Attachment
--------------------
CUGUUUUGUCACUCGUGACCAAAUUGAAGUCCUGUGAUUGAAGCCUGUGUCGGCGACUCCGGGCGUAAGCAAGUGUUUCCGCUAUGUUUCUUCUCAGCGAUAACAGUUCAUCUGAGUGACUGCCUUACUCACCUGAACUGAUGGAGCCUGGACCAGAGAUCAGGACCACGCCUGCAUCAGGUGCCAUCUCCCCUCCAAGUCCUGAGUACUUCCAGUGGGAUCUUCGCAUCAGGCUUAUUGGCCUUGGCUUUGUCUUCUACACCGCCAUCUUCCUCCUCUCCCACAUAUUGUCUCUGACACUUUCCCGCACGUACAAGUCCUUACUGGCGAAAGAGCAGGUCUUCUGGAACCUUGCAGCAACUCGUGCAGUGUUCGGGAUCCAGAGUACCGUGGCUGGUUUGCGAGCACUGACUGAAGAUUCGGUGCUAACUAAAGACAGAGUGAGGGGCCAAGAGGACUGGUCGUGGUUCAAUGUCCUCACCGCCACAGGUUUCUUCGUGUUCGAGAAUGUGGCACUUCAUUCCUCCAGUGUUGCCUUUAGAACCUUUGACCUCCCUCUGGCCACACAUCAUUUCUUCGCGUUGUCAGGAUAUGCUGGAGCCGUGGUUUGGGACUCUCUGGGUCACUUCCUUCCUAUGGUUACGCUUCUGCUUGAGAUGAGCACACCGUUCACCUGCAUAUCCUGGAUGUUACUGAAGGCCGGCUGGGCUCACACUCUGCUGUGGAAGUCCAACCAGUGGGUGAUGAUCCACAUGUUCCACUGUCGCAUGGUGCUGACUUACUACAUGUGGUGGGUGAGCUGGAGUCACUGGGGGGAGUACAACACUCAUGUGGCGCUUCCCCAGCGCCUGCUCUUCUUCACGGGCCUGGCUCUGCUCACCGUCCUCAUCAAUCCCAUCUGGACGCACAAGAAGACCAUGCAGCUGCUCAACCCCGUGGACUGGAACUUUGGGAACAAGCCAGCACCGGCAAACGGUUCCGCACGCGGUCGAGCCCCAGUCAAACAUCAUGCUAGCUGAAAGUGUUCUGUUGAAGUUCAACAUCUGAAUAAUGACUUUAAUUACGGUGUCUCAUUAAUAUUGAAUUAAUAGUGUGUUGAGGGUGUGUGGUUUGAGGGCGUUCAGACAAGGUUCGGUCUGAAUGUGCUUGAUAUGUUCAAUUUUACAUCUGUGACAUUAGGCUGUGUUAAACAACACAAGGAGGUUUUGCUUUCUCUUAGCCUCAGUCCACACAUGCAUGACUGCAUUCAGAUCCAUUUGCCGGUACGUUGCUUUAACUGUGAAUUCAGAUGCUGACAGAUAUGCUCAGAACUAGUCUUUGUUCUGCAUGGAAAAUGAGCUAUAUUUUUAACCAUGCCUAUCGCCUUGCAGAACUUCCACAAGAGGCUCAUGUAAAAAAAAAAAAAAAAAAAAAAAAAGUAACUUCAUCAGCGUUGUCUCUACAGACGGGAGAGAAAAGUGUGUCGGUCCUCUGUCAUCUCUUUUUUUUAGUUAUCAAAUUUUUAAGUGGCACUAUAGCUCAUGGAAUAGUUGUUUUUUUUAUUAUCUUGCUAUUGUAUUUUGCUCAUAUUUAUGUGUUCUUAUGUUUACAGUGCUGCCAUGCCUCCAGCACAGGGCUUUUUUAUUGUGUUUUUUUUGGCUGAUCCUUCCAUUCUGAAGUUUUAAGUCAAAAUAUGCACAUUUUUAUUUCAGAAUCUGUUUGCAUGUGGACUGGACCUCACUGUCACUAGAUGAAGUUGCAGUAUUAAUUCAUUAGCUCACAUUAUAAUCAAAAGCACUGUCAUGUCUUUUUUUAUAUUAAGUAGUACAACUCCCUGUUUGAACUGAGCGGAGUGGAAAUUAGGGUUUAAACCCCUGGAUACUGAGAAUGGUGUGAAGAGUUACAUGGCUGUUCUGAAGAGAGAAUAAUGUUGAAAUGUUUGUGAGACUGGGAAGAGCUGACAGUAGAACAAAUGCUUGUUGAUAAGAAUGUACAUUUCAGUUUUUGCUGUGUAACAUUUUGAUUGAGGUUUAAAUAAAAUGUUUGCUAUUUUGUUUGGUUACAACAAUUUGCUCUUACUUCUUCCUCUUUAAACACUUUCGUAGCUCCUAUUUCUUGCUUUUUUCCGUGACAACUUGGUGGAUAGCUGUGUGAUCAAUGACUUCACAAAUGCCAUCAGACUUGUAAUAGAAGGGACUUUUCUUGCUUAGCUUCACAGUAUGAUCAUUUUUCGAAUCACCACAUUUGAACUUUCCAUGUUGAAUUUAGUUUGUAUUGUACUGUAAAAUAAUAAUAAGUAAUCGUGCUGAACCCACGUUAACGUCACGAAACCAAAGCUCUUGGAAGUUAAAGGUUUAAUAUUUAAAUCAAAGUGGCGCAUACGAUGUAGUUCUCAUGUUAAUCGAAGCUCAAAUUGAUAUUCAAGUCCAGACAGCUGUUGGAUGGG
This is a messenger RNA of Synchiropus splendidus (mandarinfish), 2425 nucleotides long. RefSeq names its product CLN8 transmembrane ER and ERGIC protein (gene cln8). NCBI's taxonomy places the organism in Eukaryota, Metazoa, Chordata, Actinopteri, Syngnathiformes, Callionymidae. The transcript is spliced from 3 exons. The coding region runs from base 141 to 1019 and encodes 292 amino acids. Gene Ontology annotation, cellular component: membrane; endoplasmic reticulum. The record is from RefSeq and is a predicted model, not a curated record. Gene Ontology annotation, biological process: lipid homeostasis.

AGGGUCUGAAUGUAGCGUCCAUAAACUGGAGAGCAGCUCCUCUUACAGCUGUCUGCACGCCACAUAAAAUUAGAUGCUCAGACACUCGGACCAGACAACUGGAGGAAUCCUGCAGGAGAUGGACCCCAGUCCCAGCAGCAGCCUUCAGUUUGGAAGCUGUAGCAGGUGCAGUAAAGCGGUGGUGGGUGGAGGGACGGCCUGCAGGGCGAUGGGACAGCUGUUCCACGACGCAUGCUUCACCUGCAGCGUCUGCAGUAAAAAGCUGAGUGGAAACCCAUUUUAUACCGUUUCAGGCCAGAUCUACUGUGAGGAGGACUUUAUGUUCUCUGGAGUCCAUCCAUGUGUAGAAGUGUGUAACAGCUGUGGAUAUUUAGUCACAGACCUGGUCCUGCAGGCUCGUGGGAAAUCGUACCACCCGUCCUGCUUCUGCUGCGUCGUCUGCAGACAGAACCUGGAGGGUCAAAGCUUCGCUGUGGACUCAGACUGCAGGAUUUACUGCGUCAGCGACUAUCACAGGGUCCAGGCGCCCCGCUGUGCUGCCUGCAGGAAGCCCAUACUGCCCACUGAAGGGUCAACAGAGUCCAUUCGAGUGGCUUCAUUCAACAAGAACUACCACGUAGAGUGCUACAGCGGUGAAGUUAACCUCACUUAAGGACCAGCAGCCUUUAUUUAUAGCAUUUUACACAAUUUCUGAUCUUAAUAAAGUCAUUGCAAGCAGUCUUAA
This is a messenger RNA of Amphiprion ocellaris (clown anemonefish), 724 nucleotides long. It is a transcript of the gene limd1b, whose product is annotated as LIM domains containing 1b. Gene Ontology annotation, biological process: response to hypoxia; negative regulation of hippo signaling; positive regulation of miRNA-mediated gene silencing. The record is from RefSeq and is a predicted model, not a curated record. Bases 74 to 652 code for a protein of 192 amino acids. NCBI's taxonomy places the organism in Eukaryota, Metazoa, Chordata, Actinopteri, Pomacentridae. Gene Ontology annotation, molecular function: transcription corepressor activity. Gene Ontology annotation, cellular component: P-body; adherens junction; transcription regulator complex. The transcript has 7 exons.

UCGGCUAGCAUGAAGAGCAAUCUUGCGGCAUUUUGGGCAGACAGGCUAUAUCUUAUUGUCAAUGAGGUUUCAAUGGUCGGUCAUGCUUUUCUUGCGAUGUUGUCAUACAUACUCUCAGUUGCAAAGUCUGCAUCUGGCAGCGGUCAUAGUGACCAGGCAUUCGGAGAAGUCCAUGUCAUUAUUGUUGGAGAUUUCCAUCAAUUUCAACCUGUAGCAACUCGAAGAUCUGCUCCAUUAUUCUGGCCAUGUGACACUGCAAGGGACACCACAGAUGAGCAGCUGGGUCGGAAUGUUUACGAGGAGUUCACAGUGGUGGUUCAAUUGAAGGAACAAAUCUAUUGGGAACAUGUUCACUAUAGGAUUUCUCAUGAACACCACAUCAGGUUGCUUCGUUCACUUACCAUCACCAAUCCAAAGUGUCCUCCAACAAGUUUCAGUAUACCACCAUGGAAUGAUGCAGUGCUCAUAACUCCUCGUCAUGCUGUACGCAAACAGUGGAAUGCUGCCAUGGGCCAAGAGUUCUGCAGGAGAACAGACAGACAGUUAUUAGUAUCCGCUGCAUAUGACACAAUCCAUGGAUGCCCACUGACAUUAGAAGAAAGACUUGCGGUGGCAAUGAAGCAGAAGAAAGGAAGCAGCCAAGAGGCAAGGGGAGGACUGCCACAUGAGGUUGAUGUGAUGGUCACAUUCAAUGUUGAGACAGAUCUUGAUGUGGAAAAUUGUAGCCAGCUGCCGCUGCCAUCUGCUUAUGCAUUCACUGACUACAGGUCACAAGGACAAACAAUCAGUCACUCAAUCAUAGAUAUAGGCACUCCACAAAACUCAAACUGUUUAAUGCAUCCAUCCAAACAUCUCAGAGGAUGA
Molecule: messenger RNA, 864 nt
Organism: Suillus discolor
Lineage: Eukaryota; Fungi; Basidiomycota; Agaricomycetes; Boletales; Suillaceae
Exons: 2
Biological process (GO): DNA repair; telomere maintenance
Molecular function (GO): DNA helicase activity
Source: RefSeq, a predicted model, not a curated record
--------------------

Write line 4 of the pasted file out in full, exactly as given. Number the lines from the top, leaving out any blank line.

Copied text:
This is a messenger RNA of Amphiprion ocellaris (clown anemonefish), 724 nucleotides long. It is a transcript of the gene limd1b, whose product is annotated as LIM domains containing 1b. Gene Ontology annotation, biological process: response to hypoxia; negative regulation of hippo signaling; positive regulation of miRNA-mediated gene silencing. The record is from RefSeq and is a predicted model, not a curated record. Bases 74 to 652 code for a protein of 192 amino acids. NCBI's taxonomy places the organism in Eukaryota, Metazoa, Chordata, Actinopteri, Pomacentridae. Gene Ontology annotation, molecular function: transcription corepressor activity. Gene Ontology annotation, cellular component: P-body; adherens junction; transcription regulator complex. The transcript has 7 exons.